New York Philharmonic/Frühbeck Leonidas Kavakos

Glinka
Ruslan and Ludmilla – Overture
Tchaikovsky
Violin Concerto in D, Op.35
Debussy
Nocturnes [Nuages; Fêtes; Sirènes]
Stravinsky
The Firebird [1919 Suite]

Leonidas Kavakos (violin)

Women of New York Choral Artists

New York Philharmonic
Rafael Frühbeck de Burgos


Reviewed by: Elizabeth Barnette

Reviewed: 26 November, 2010
Venue: Avery Fisher Hall, Lincoln Center, New York City

Rafael Frühbeck de BurgosAt a time when major orchestras seem to be in fierce competition to appoint the next rising star as music director, it is good to be reminded that there simply is no shortcut, no substitute for many years of experience, study and contemplation. Now aged 77, Rafael Frühbeck de Burgos has immersed himself in a limited repertoire of pieces for decades, but he also still has the fire of a young man, concentrated and distilled by time. His direction can be demonstrative, but he also has an inner power, projection, Ausstrahlung, communicating his intentions unforced.

Barely acknowledging the audience’s applause, he lunged into the Overture to “Ruslan and Ludmilla” with a huge burst of energy, which he maintained even during in the secondary theme for cellos and violas. He managed to find just the right tempo too – not the mad display of virtuosity one often encounters – but giving a spirited and joyful account of the piece.

Leonidas Kavakos. Photograph: Yannis BourniasLeonidas Kavakos was doggedly dressed-down in a plain black shirt worn over his slacks. While he is not the only soloist who has appeared attired as if he were practising at home, one wishes that they were more creative in finding alternative formal wear appropriate to the occasion. Kavakos’s playing had technique to spare – flawless intonation and lightning-fast spiccato in the finale. Since February of this year he is the owner of the “Abergevenny” Stradivarius (1724), which has a rich low register, but lacks power on top. It comes through the orchestra, but the tone just doesn’t soar and feels constricted. Kavakos worked mightily to get sound from the instrument during climaxes, physically bouncing when he released the bow, but one felt more of the intensity than hearing it.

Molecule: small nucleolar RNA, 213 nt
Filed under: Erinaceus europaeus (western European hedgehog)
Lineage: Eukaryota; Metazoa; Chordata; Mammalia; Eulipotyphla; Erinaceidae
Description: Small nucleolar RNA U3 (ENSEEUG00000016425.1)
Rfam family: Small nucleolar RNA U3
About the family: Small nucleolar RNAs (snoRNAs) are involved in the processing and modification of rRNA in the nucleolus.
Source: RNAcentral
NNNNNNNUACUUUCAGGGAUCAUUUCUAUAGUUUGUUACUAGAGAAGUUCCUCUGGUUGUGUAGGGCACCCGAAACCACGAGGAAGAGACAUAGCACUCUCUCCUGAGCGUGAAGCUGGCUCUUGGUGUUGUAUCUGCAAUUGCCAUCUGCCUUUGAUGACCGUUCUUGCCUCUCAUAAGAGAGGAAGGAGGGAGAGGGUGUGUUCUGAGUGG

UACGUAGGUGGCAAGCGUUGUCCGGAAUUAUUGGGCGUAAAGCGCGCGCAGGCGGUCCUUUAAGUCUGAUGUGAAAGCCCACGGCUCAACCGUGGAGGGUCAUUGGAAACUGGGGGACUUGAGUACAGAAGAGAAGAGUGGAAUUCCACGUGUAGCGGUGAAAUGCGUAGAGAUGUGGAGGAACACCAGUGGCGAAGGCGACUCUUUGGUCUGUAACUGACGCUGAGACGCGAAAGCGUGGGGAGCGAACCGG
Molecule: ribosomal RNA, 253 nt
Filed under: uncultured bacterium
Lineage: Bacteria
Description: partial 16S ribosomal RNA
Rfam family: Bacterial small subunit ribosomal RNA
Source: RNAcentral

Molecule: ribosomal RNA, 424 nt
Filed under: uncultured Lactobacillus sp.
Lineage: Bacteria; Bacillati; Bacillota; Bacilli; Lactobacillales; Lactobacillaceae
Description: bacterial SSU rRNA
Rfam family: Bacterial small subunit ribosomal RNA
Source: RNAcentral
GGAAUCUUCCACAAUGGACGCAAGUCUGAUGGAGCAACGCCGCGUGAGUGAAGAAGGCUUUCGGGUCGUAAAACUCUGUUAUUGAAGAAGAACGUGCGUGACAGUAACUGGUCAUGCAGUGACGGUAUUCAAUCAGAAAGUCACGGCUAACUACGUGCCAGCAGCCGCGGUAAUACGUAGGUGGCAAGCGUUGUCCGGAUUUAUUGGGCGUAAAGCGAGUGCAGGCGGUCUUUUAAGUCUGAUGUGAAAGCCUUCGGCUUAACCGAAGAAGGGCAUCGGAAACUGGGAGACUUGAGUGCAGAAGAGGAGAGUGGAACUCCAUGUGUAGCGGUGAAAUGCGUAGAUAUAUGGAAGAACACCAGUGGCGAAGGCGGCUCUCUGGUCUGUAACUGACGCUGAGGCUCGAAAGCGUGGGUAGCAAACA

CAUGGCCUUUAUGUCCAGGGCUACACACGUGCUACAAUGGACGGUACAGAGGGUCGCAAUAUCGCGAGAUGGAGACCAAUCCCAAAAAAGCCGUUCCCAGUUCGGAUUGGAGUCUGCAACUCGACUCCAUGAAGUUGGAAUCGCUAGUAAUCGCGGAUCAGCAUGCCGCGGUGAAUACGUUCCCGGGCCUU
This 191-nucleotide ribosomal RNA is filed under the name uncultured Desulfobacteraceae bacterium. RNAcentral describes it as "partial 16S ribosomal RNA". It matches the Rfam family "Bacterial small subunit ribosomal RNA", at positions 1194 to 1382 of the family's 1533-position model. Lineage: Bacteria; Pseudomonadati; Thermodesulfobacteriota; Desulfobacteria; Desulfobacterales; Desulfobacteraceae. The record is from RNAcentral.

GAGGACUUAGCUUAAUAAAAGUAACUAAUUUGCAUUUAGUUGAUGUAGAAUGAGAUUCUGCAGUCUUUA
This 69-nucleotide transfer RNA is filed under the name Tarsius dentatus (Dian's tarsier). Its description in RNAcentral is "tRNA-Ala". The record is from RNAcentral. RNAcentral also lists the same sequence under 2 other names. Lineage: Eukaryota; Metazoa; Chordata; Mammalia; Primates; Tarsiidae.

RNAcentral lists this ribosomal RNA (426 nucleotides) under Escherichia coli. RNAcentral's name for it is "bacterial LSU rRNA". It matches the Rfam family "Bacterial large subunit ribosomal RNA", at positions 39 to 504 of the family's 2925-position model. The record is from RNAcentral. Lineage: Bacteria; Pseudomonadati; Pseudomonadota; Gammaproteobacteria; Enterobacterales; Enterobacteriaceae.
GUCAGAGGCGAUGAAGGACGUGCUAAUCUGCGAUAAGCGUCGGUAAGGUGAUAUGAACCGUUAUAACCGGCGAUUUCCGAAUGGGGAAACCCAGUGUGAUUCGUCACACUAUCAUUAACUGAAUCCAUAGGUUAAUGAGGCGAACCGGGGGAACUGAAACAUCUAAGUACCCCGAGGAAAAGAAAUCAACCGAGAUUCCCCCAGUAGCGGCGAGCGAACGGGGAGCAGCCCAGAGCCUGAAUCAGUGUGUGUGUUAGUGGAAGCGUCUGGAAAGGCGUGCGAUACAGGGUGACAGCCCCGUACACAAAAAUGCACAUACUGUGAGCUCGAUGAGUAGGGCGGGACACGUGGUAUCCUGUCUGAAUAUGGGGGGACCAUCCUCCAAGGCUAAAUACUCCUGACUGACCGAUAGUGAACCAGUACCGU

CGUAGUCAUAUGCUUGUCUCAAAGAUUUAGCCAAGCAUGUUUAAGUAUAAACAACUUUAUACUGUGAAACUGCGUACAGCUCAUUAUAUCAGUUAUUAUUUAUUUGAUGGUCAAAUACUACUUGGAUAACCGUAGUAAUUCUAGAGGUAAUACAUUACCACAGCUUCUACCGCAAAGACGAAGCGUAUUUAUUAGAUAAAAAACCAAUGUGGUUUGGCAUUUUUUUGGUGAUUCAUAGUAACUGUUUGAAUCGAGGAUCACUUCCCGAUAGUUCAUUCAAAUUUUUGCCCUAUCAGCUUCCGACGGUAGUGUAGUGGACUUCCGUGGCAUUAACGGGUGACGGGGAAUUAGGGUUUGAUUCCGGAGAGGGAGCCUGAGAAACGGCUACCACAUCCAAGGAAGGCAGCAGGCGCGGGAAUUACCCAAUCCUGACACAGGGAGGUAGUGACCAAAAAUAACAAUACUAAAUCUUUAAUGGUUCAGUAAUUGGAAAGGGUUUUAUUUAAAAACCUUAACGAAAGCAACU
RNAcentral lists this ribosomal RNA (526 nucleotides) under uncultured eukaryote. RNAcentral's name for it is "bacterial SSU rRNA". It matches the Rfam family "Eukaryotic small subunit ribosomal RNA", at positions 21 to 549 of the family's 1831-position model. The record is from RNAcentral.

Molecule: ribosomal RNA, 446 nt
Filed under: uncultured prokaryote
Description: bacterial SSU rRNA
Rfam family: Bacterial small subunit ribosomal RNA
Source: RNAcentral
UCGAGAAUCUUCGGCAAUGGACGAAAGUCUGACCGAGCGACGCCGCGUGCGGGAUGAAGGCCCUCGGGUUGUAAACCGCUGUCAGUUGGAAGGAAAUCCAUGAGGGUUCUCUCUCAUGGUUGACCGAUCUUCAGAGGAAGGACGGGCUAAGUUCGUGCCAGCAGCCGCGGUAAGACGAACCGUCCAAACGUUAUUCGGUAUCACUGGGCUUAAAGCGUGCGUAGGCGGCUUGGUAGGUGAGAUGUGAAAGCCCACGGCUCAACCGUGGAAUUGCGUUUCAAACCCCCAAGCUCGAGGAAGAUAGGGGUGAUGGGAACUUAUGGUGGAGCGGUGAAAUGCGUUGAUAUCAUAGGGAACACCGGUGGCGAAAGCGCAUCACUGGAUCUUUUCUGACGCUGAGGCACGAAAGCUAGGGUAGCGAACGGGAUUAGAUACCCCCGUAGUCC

Musically Kavakos was at his best in the ‘Canzonetta’, conjuring up images of vast, desolate spaces. In the outer movements he took Tchaikovsky’s tempo indications to extremes, almost coming to a standstill in the molto meno mosso section of the finale. Frühbeck, using a score for only this work, but barely looking into it, stayed closely with Kavakos, accommodating every nuance, even when it sometimes interrupted the music’s natural flow. The big finish of the first movement drew enthusiastic applause, while the finale sent the audience into a frenzy of clapping and shouting. After several curtain-calls Kavakos obliged with an encore, the ‘Allemanda’ from Ysaÿe’s Fourth Sonata.

Debussy’s Nocturnes and the 1919 Firebird Suite have long been staples of Frühbeck’s repertoire. For both the color of the orchestra changed completely, from lush Russian Romantic sound to surprising transparency and delicacy of playing; and, to paraphrase Mahler, “pianissimo at last!”, a rare achievement with many orchestras these days, and especially in this hall. In the Stravinsky the end of the colorful ‘Rondo’ (with a ravishingly beautiful solo by oboist Liang Wang) tapered to almost nothing. Followed by the first loud thud of ‘Infernal Dance’, one could hear gasps of surprise, and even some laughter, going through the audience.

The Philharmonic was in fine shape, delivering everything Frühbeck asked for – mystery in ‘Nuages’, delightful, bubbling lightness in ‘Fêtes’. The women of the New York Choral Artists were greeted by applause when they walked out just before ‘Sirènes’; although they sang beautifully, one wished that they had been positioned more towards the back, producing more of a mysterious sound from afar. The Firebird was superbly executed as well, with special kudos going to bassoonist Judith LeClair and horn-player Philip Myers; his playing of the introduction to the ‘Finale’, with just a hint of Russian vibrato, took one’s breath away. Frühbeck obviously has completely absorbed this piece, savouring every nuance, every opportunity for expressiveness, and effortlessly bringing the narrative of the ballet to life without a single dancer being needed.

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